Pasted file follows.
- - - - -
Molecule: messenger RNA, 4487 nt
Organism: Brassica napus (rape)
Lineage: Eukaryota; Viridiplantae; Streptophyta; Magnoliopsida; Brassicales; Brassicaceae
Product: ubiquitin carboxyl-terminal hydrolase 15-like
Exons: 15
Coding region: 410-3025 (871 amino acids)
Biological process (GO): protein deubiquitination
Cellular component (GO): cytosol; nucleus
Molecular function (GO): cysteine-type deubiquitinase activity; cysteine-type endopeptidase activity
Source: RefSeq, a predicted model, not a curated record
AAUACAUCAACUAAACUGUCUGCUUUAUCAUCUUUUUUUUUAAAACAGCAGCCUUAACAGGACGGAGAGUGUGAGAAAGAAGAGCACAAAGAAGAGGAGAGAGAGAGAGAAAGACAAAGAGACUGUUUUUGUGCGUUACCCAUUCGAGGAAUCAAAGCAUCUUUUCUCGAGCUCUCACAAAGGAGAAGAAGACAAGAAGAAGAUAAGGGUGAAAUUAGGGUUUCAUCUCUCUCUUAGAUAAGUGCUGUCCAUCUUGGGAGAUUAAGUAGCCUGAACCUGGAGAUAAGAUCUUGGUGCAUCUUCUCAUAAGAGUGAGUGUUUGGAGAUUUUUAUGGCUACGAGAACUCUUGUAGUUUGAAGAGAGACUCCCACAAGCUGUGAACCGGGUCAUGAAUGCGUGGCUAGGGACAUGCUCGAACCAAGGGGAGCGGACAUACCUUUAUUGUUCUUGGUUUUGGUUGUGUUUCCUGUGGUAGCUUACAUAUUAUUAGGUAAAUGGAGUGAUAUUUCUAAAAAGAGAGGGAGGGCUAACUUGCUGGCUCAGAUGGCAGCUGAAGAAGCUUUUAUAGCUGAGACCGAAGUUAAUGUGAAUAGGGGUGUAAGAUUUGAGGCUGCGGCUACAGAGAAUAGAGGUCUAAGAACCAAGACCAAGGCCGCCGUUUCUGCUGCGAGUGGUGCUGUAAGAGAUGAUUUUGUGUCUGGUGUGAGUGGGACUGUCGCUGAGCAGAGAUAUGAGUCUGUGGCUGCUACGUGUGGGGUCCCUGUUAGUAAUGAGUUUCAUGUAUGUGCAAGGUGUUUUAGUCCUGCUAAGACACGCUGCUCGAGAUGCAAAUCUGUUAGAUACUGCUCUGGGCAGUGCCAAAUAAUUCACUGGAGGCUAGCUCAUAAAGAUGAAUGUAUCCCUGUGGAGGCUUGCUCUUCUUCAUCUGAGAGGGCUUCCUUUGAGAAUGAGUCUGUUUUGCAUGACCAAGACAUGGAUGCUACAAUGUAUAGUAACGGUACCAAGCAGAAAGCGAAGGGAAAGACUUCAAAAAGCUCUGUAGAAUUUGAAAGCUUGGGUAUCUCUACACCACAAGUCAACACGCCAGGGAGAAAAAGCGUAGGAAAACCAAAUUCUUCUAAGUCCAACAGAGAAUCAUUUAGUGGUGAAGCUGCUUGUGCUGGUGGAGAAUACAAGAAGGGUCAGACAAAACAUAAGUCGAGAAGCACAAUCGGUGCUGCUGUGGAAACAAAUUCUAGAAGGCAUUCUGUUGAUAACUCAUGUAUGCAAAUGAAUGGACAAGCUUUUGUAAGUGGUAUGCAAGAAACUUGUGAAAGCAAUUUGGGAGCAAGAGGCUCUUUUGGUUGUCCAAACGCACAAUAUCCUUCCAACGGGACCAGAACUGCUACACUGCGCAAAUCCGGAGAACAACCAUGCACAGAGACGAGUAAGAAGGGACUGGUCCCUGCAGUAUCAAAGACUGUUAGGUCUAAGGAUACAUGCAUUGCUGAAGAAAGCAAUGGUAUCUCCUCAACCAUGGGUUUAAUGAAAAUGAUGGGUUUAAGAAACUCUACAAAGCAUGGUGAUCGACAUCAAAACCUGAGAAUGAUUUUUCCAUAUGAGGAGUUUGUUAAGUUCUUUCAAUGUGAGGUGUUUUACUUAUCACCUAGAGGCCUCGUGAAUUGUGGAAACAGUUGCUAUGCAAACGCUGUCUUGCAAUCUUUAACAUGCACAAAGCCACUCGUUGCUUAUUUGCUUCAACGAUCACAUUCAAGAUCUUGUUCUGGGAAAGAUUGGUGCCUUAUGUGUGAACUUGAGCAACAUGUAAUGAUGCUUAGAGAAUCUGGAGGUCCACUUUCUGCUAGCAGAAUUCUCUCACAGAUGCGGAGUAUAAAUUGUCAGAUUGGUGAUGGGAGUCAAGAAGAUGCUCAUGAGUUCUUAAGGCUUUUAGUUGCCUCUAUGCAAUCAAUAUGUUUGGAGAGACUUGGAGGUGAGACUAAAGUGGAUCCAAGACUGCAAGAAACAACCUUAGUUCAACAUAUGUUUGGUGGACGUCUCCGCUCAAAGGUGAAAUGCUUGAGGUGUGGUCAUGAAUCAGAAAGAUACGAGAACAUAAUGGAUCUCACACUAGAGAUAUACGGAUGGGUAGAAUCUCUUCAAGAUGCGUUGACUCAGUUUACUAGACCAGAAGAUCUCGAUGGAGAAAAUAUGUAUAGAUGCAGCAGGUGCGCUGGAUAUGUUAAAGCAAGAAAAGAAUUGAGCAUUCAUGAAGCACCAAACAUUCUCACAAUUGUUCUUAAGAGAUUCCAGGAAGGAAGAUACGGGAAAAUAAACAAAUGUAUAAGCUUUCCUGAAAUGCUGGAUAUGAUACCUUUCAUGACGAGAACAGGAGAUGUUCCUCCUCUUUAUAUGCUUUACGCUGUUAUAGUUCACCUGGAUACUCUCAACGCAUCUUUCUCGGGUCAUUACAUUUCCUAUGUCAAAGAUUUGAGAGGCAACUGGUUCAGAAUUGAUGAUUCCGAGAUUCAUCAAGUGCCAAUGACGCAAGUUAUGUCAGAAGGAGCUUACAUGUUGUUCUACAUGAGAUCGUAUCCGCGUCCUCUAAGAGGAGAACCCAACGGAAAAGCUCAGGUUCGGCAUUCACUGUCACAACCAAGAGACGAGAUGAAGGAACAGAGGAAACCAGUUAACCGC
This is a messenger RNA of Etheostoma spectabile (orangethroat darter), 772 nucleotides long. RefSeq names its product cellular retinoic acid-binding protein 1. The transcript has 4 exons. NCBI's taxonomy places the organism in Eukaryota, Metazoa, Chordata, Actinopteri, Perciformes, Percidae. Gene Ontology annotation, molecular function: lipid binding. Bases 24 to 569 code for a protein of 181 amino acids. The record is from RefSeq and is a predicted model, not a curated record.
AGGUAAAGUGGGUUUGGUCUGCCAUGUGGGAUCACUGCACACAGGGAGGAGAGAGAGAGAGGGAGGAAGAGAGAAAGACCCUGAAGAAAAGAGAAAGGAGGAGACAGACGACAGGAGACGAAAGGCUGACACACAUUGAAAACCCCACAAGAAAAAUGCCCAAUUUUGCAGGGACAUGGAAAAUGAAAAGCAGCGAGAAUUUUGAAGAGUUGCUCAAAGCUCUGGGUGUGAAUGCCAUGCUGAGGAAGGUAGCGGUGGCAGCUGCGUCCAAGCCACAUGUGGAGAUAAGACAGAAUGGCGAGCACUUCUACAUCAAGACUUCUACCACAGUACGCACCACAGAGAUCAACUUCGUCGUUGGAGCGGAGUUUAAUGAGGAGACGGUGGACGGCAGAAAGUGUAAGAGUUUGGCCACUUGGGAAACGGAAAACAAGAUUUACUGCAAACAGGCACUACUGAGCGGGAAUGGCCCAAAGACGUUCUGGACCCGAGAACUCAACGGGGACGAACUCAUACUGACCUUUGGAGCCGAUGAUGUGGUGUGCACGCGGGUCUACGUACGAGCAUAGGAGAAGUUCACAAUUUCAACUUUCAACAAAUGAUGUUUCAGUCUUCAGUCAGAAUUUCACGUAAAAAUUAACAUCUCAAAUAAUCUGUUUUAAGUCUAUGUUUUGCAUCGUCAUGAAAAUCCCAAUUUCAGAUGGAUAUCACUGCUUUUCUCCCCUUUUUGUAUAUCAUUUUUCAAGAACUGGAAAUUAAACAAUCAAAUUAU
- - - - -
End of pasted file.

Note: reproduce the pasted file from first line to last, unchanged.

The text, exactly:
Molecule: messenger RNA, 4487 nt
Organism: Brassica napus (rape)
Lineage: Eukaryota; Viridiplantae; Streptophyta; Magnoliopsida; Brassicales; Brassicaceae
Product: ubiquitin carboxyl-terminal hydrolase 15-like
Exons: 15
Coding region: 410-3025 (871 amino acids)
Biological process (GO): protein deubiquitination
Cellular component (GO): cytosol; nucleus
Molecular function (GO): cysteine-type deubiquitinase activity; cysteine-type endopeptidase activity
Source: RefSeq, a predicted model, not a curated record
AAUACAUCAACUAAACUGUCUGCUUUAUCAUCUUUUUUUUUAAAACAGCAGCCUUAACAGGACGGAGAGUGUGAGAAAGAAGAGCACAAAGAAGAGGAGAGAGAGAGAGAAAGACAAAGAGACUGUUUUUGUGCGUUACCCAUUCGAGGAAUCAAAGCAUCUUUUCUCGAGCUCUCACAAAGGAGAAGAAGACAAGAAGAAGAUAAGGGUGAAAUUAGGGUUUCAUCUCUCUCUUAGAUAAGUGCUGUCCAUCUUGGGAGAUUAAGUAGCCUGAACCUGGAGAUAAGAUCUUGGUGCAUCUUCUCAUAAGAGUGAGUGUUUGGAGAUUUUUAUGGCUACGAGAACUCUUGUAGUUUGAAGAGAGACUCCCACAAGCUGUGAACCGGGUCAUGAAUGCGUGGCUAGGGACAUGCUCGAACCAAGGGGAGCGGACAUACCUUUAUUGUUCUUGGUUUUGGUUGUGUUUCCUGUGGUAGCUUACAUAUUAUUAGGUAAAUGGAGUGAUAUUUCUAAAAAGAGAGGGAGGGCUAACUUGCUGGCUCAGAUGGCAGCUGAAGAAGCUUUUAUAGCUGAGACCGAAGUUAAUGUGAAUAGGGGUGUAAGAUUUGAGGCUGCGGCUACAGAGAAUAGAGGUCUAAGAACCAAGACCAAGGCCGCCGUUUCUGCUGCGAGUGGUGCUGUAAGAGAUGAUUUUGUGUCUGGUGUGAGUGGGACUGUCGCUGAGCAGAGAUAUGAGUCUGUGGCUGCUACGUGUGGGGUCCCUGUUAGUAAUGAGUUUCAUGUAUGUGCAAGGUGUUUUAGUCCUGCUAAGACACGCUGCUCGAGAUGCAAAUCUGUUAGAUACUGCUCUGGGCAGUGCCAAAUAAUUCACUGGAGGCUAGCUCAUAAAGAUGAAUGUAUCCCUGUGGAGGCUUGCUCUUCUUCAUCUGAGAGGGCUUCCUUUGAGAAUGAGUCUGUUUUGCAUGACCAAGACAUGGAUGCUACAAUGUAUAGUAACGGUACCAAGCAGAAAGCGAAGGGAAAGACUUCAAAAAGCUCUGUAGAAUUUGAAAGCUUGGGUAUCUCUACACCACAAGUCAACACGCCAGGGAGAAAAAGCGUAGGAAAACCAAAUUCUUCUAAGUCCAACAGAGAAUCAUUUAGUGGUGAAGCUGCUUGUGCUGGUGGAGAAUACAAGAAGGGUCAGACAAAACAUAAGUCGAGAAGCACAAUCGGUGCUGCUGUGGAAACAAAUUCUAGAAGGCAUUCUGUUGAUAACUCAUGUAUGCAAAUGAAUGGACAAGCUUUUGUAAGUGGUAUGCAAGAAACUUGUGAAAGCAAUUUGGGAGCAAGAGGCUCUUUUGGUUGUCCAAACGCACAAUAUCCUUCCAACGGGACCAGAACUGCUACACUGCGCAAAUCCGGAGAACAACCAUGCACAGAGACGAGUAAGAAGGGACUGGUCCCUGCAGUAUCAAAGACUGUUAGGUCUAAGGAUACAUGCAUUGCUGAAGAAAGCAAUGGUAUCUCCUCAACCAUGGGUUUAAUGAAAAUGAUGGGUUUAAGAAACUCUACAAAGCAUGGUGAUCGACAUCAAAACCUGAGAAUGAUUUUUCCAUAUGAGGAGUUUGUUAAGUUCUUUCAAUGUGAGGUGUUUUACUUAUCACCUAGAGGCCUCGUGAAUUGUGGAAACAGUUGCUAUGCAAACGCUGUCUUGCAAUCUUUAACAUGCACAAAGCCACUCGUUGCUUAUUUGCUUCAACGAUCACAUUCAAGAUCUUGUUCUGGGAAAGAUUGGUGCCUUAUGUGUGAACUUGAGCAACAUGUAAUGAUGCUUAGAGAAUCUGGAGGUCCACUUUCUGCUAGCAGAAUUCUCUCACAGAUGCGGAGUAUAAAUUGUCAGAUUGGUGAUGGGAGUCAAGAAGAUGCUCAUGAGUUCUUAAGGCUUUUAGUUGCCUCUAUGCAAUCAAUAUGUUUGGAGAGACUUGGAGGUGAGACUAAAGUGGAUCCAAGACUGCAAGAAACAACCUUAGUUCAACAUAUGUUUGGUGGACGUCUCCGCUCAAAGGUGAAAUGCUUGAGGUGUGGUCAUGAAUCAGAAAGAUACGAGAACAUAAUGGAUCUCACACUAGAGAUAUACGGAUGGGUAGAAUCUCUUCAAGAUGCGUUGACUCAGUUUACUAGACCAGAAGAUCUCGAUGGAGAAAAUAUGUAUAGAUGCAGCAGGUGCGCUGGAUAUGUUAAAGCAAGAAAAGAAUUGAGCAUUCAUGAAGCACCAAACAUUCUCACAAUUGUUCUUAAGAGAUUCCAGGAAGGAAGAUACGGGAAAAUAAACAAAUGUAUAAGCUUUCCUGAAAUGCUGGAUAUGAUACCUUUCAUGACGAGAACAGGAGAUGUUCCUCCUCUUUAUAUGCUUUACGCUGUUAUAGUUCACCUGGAUACUCUCAACGCAUCUUUCUCGGGUCAUUACAUUUCCUAUGUCAAAGAUUUGAGAGGCAACUGGUUCAGAAUUGAUGAUUCCGAGAUUCAUCAAGUGCCAAUGACGCAAGUUAUGUCAGAAGGAGCUUACAUGUUGUUCUACAUGAGAUCGUAUCCGCGUCCUCUAAGAGGAGAACCCAACGGAAAAGCUCAGGUUCGGCAUUCACUGUCACAACCAAGAGACGAGAUGAAGGAACAGAGGAAACCAGUUAACCGC
This is a messenger RNA of Etheostoma spectabile (orangethroat darter), 772 nucleotides long. RefSeq names its product cellular retinoic acid-binding protein 1. The transcript has 4 exons. NCBI's taxonomy places the organism in Eukaryota, Metazoa, Chordata, Actinopteri, Perciformes, Percidae. Gene Ontology annotation, molecular function: lipid binding. Bases 24 to 569 code for a protein of 181 amino acids. The record is from RefSeq and is a predicted model, not a curated record.
AGGUAAAGUGGGUUUGGUCUGCCAUGUGGGAUCACUGCACACAGGGAGGAGAGAGAGAGAGGGAGGAAGAGAGAAAGACCCUGAAGAAAAGAGAAAGGAGGAGACAGACGACAGGAGACGAAAGGCUGACACACAUUGAAAACCCCACAAGAAAAAUGCCCAAUUUUGCAGGGACAUGGAAAAUGAAAAGCAGCGAGAAUUUUGAAGAGUUGCUCAAAGCUCUGGGUGUGAAUGCCAUGCUGAGGAAGGUAGCGGUGGCAGCUGCGUCCAAGCCACAUGUGGAGAUAAGACAGAAUGGCGAGCACUUCUACAUCAAGACUUCUACCACAGUACGCACCACAGAGAUCAACUUCGUCGUUGGAGCGGAGUUUAAUGAGGAGACGGUGGACGGCAGAAAGUGUAAGAGUUUGGCCACUUGGGAAACGGAAAACAAGAUUUACUGCAAACAGGCACUACUGAGCGGGAAUGGCCCAAAGACGUUCUGGACCCGAGAACUCAACGGGGACGAACUCAUACUGACCUUUGGAGCCGAUGAUGUGGUGUGCACGCGGGUCUACGUACGAGCAUAGGAGAAGUUCACAAUUUCAACUUUCAACAAAUGAUGUUUCAGUCUUCAGUCAGAAUUUCACGUAAAAAUUAACAUCUCAAAUAAUCUGUUUUAAGUCUAUGUUUUGCAUCGUCAUGAAAAUCCCAAUUUCAGAUGGAUAUCACUGCUUUUCUCCCCUUUUUGUAUAUCAUUUUUCAAGAACUGGAAAUUAAACAAUCAAAUUAU